Constantly developing logistics and supply chain techniques have generated a diverse array of intralogistics solutions tailored to meet the precise needs of individual operations. Order volumes, SKU numbers and sizes, order lead times, the temperature of the goods being stored and available space are just some of the variables that can pose specific challenges on a project. Often it will be the small, innovative design details that make the critical difference for designing a truly successful storage and order picking solution.
While new warehouses offer easy to use space, many operations have to make the best of the compromises inherent in older buildings, with their typically inconveniently located obstructions as well as irregular footprints and ceiling heights. Squeezing sufficient storage into these areas can be a real test of ingenuity. Even newer warehouses can come with obstructions – a cold store, for example, may have fans at the top of a wall where the company may want to put racking.
Faced with the challenge of fitting a required number of locations in a given volume, while also successfully negotiating obstacles, needs careful calculations to devise the right combination of beams and uprights. It may entail profiling the ceiling areas above top level bays to plot where full or half pallet positions will fit. Sometimes the maths refuses to add up as desired – and that’s when innovation is required.
The performance of racking and shelving in any storage and order picking application will very much depend upon the quality of the components and their manufacture. However, the performance of the solution will depend on the experience and the expertise of the supplier to produce a bespoke system that will overcome any compromises and ultimately lead to an improvement in productivity and operational costs.
Holistics storage system
Pallet racking may be at the core of a project, yet having the capability to engineer solutions for other key aspects such as shelving, picking carts and packing tables will allow a more holistic system. On one occasion, supplying bespoke racking led to BITO also designing special order picking carts equipped with detachable steps. The pallet racking was configured with a single pallet bay level, with shelving above to provide locations for unpalletised ‘returned to stock’ items. Operatives pick orders into the carts and the steps allow staff to reach the shelves above the pallet bay. The carts can be picked up and moved by an AGV (Automated Guided Vehicle) as if it were a pallet.
Ecommerce operations often require a large number of pick spaces to hold a broad range of SKUs. The perennial challenge is fitting all the locations in the limited amount of space that can be allocated to storage. One novel solution devised by BITO was a shelving system that would work in a similar way to a sliding wardrobe. Using boltless shelving formed the basis of the ‘Smart Slide’ system, which combines fixed shelving at the rear and a slideable shelving system at the front, giving pickers access to the full width of each bay at the rear.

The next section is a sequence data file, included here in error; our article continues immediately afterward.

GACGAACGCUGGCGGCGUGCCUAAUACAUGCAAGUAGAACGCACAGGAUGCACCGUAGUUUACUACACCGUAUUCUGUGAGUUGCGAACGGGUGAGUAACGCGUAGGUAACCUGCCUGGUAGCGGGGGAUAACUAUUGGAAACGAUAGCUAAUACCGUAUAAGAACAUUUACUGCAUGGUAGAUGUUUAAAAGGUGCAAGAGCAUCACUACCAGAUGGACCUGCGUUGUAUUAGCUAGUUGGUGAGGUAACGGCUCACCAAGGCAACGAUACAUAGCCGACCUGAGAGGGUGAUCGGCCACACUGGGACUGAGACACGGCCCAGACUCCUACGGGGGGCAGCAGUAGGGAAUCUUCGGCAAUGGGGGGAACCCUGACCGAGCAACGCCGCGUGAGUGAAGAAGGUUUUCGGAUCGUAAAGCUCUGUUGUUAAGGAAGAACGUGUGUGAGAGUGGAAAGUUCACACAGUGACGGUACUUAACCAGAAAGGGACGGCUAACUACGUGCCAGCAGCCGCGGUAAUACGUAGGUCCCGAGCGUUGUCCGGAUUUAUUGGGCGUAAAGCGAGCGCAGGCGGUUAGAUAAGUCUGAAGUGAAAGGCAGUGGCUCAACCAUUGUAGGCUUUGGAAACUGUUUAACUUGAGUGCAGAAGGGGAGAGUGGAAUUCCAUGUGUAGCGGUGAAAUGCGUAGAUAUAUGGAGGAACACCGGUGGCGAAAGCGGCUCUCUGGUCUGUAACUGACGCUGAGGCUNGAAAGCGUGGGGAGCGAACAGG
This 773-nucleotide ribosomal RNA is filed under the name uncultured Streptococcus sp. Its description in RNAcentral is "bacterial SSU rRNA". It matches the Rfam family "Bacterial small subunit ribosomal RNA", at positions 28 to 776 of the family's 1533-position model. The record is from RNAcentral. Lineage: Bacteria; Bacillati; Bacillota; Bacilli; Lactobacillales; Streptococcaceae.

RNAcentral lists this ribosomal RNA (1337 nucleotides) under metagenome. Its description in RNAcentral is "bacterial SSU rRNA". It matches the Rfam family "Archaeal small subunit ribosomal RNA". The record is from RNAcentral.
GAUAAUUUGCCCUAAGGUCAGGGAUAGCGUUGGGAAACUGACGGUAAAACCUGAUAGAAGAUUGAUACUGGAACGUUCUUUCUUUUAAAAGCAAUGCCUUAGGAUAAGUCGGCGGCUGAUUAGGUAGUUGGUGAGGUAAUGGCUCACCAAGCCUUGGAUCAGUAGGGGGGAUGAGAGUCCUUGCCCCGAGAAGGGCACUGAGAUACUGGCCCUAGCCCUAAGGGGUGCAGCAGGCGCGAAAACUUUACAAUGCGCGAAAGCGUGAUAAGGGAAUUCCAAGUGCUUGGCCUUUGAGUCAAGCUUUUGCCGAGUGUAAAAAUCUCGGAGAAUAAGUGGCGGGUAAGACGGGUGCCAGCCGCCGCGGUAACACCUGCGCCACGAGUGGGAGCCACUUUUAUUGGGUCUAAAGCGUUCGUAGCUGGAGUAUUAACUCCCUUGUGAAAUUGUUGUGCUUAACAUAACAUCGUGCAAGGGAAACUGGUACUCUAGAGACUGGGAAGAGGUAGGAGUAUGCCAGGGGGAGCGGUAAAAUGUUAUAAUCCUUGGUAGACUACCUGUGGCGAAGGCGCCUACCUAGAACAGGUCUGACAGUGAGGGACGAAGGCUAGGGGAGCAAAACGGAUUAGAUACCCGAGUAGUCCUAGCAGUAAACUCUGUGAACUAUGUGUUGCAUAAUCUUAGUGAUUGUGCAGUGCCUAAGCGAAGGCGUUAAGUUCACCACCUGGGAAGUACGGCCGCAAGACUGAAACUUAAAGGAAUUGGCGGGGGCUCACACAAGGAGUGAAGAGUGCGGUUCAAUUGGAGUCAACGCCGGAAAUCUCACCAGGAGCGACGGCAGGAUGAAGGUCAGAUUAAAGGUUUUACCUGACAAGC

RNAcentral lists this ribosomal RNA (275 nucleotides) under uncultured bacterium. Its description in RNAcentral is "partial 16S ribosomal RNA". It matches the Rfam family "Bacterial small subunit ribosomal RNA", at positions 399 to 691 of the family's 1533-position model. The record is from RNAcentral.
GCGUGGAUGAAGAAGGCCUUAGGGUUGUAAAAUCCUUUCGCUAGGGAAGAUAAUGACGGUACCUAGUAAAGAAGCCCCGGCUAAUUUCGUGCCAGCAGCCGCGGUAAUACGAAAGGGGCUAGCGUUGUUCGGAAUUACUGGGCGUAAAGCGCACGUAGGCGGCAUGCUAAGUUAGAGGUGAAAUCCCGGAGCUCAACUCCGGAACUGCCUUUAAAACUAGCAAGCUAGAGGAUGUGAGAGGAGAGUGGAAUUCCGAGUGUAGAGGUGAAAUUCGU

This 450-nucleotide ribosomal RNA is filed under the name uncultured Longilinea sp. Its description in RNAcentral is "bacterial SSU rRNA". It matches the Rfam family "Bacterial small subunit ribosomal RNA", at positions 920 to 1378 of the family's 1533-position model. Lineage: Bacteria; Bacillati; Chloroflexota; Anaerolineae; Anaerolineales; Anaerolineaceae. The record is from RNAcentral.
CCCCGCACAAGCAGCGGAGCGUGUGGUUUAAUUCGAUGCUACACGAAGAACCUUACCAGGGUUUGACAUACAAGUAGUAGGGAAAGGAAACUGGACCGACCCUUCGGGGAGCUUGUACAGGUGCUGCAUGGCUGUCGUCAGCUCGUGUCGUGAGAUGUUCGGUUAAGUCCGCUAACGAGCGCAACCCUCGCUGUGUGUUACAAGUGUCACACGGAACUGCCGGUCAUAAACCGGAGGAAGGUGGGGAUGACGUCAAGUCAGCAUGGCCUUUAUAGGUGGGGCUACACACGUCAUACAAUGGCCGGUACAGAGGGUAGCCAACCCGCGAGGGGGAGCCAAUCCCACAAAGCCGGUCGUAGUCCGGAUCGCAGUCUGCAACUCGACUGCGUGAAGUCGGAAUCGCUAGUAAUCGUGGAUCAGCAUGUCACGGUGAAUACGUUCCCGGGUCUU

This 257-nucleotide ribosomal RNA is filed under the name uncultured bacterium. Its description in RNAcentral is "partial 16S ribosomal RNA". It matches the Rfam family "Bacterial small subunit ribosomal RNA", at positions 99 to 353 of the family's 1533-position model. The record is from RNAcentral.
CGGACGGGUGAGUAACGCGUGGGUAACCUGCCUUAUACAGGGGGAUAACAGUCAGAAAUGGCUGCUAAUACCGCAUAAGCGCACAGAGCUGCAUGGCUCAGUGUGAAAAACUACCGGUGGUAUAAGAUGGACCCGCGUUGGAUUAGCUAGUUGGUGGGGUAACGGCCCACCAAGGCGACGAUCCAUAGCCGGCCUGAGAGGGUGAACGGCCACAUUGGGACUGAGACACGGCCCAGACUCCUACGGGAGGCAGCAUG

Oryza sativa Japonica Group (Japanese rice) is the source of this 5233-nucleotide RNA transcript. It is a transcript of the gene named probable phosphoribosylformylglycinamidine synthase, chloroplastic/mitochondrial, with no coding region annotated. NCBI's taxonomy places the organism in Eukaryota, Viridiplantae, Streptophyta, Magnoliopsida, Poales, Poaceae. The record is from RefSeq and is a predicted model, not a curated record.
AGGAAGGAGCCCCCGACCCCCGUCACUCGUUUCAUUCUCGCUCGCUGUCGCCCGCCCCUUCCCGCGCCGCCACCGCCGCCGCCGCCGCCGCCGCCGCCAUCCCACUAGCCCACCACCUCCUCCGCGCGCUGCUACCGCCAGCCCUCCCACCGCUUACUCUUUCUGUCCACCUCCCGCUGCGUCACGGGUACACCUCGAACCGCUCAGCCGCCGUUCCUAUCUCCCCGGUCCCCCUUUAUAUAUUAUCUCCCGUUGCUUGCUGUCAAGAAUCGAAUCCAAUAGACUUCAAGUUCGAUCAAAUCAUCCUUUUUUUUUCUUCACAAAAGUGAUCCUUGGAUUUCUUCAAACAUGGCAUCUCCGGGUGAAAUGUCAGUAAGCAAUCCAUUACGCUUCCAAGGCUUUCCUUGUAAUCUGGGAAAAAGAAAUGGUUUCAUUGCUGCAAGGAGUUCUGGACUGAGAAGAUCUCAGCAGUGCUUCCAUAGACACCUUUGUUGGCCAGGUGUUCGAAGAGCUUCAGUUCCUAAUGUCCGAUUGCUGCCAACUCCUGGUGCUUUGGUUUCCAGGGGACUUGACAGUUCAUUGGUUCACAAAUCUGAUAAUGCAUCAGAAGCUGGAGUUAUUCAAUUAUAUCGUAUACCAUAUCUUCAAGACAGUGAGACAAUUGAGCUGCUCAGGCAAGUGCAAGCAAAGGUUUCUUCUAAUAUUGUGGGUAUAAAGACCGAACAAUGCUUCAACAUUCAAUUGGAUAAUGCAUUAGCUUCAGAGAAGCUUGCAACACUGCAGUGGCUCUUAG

Companies know their business best and often have their own great ideas for solutions to their particular issues – so sometimes it is a case of turning a client’s ideas into reality. Such was the case when a major online retailer wanted a shelving product of certain dimensions, which didn’t actually exist, and wanted dividers to be spaced to suit a robotic picking system. BITO manufactured a bespoke design to suit these specific requirements. The client was able to bring its own staff to test it and adjust it, to make sure it worked exactly as required and that its investment was maximised.
Try it out and get it right
With any bespoke design there will not, of course, be previous examples to refer to. It is important therefore to test out such a solution and fine-tune it to gain confidence in the end result. It is particularly beneficial to test carton and pallet live systems to see how they work, paying particular attention to ergonomics that allow the best system for staff to use throughout their shift. A client can bring their own items and containers to try out in a test facility or a sample system can be set up in a client’s own warehouse. This allows time to be spent, for example, finding the right height for flow lanes and to select the right container to match its products. Having the opportunity to look at other products will further contribute to zeroing in on the most successful outcome. For instance, this may come through trying out a variety of containers to examine the pick efficiency and bay configurations required to get the optimum quantity needed on the given footprint. Testing will ultimately lead to a layout that saves an incredible amount of picking time.
A supplier that can contribute expertise and experience to the solution and offers a complete range of storage equipment, which can be seen in a showroom and tried out in a test facility, will help to contribute to a seamlessly integrated system. It also helps to have a single point of contact from the design and manufacture through to the installation and support. The passion and involvement at design stage should be continued through to project planning and then execution to deliver a truly successful storage and order picking project.
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